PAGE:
Thank you BHS for being such great hosts, and for educating such remarkable and courteous Canadians.
We Will Remember Them.
November 05, 2012
To be sure, these are qualities. These are pillars of a society that relies on immigration and international cooperation for national prosperity. They are societal boons to be protected through policy and education.
However these very qualities are double edged in a world filled with actors who do not share our values. While we have collectively lowered our arms in a half-century bid for "proper" international relations, our enemies have not.
Yes Canadians, we have enemies. Are you Liberally shocked?
Oh, and by the way, we also have men and women waging covert war against these enemies every day of the year. It's just that in Canada, we neither hear about - nor place great value on - these national protectors.
Mr. Dwight Hamilton, a former member of Canada's military intelligence, has put together a very informative introduction to our various intelligence branches and challenges. With Inside Canadian Intelligence, every Canadian can benefit from reading the various chapters, written by three professionals who have experienced first hand the struggles described, and one journalist that has attempted to cover them.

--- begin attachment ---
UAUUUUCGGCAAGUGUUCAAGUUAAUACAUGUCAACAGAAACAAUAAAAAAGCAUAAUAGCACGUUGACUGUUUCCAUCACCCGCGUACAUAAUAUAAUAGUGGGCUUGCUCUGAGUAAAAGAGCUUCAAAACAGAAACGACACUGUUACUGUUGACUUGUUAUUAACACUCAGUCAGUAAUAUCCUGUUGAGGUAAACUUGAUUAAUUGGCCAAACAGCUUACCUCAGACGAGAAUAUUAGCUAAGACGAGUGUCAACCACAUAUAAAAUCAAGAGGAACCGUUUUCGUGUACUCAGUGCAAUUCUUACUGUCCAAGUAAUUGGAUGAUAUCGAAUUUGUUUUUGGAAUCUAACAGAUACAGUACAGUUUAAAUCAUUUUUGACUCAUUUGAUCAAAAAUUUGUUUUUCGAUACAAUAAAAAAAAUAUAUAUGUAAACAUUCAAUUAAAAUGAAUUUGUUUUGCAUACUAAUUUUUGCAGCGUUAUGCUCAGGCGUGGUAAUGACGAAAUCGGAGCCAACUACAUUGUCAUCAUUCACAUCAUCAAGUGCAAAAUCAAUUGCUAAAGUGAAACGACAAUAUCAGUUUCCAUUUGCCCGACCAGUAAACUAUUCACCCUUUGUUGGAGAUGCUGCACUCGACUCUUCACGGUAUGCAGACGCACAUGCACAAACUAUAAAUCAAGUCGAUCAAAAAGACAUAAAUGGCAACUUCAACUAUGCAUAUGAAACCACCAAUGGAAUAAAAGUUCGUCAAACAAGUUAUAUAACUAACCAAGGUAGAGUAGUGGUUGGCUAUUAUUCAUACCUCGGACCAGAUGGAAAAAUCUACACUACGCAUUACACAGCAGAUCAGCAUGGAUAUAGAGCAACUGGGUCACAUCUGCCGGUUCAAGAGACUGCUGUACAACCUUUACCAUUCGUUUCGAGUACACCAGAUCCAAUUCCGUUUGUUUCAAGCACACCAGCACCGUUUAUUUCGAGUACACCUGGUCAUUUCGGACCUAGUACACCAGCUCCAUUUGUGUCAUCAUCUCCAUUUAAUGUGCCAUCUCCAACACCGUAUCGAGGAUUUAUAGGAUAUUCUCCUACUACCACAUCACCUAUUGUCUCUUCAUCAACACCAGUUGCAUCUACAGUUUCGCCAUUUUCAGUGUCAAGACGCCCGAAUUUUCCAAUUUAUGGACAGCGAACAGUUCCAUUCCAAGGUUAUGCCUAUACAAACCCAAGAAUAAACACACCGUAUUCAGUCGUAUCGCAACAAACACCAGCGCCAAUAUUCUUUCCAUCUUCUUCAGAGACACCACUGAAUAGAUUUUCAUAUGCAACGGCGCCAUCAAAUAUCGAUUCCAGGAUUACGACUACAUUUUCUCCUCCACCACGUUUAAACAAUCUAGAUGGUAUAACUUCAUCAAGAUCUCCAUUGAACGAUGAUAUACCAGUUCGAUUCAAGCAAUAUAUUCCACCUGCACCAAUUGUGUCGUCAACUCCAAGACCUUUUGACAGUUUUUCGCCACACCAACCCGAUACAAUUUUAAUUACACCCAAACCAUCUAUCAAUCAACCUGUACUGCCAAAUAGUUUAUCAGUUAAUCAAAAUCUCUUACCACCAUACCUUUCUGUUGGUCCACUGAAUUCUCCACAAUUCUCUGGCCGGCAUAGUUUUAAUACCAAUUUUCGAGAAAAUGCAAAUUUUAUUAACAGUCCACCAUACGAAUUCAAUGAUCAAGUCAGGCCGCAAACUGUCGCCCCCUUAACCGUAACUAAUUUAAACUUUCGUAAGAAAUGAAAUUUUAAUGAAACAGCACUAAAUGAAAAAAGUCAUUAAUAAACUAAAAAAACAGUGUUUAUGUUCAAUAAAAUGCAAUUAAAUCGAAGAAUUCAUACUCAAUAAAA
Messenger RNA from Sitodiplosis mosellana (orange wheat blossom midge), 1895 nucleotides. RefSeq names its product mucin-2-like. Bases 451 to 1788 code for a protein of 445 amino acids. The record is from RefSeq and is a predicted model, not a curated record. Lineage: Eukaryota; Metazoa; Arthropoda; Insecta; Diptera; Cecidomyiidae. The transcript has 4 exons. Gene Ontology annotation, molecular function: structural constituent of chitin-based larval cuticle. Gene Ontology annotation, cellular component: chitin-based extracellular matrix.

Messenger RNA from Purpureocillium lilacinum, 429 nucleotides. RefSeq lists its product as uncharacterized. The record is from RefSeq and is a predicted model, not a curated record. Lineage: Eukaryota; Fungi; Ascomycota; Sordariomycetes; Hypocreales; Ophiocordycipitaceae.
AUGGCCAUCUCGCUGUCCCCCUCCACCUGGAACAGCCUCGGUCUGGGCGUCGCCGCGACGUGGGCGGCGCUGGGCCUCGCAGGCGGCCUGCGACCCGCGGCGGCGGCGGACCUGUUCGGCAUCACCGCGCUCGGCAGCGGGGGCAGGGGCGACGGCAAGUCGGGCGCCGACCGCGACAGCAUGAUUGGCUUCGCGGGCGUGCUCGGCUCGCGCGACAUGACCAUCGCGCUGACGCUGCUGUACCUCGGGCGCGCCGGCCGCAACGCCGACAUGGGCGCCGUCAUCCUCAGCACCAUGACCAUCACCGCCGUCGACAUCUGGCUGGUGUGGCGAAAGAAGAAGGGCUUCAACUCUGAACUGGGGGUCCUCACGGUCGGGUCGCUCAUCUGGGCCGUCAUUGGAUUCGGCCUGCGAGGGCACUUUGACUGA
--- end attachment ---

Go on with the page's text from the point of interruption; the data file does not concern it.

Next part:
At times, the book also takes shots at the very delicate, yet ever important, debate between democratic values and national security. Whichever side you may associate with on this debate, elucidations about how the intelligence apparatus views your arguments can be educational.
September 07, 2012
August 30, 2012
The PRC is on the prowl for investment opportunities abroad, notably in the energy sector. Canada's blooming oil sands industry are an alluring target for its state-owned industries to purchase. In fact, the purchases have already begun. "In recent years, Chinese energy investments in Canada have grown significantly, with Chinese state-owned companies purchasing minority and controlling stakes in Canadian oil and gas projects worth $16 billion in 2010 and 2011."
In the present case China has made an overwhelmingly attractive offer for Canadian company Nexen, above and beyond the textbook value of the company.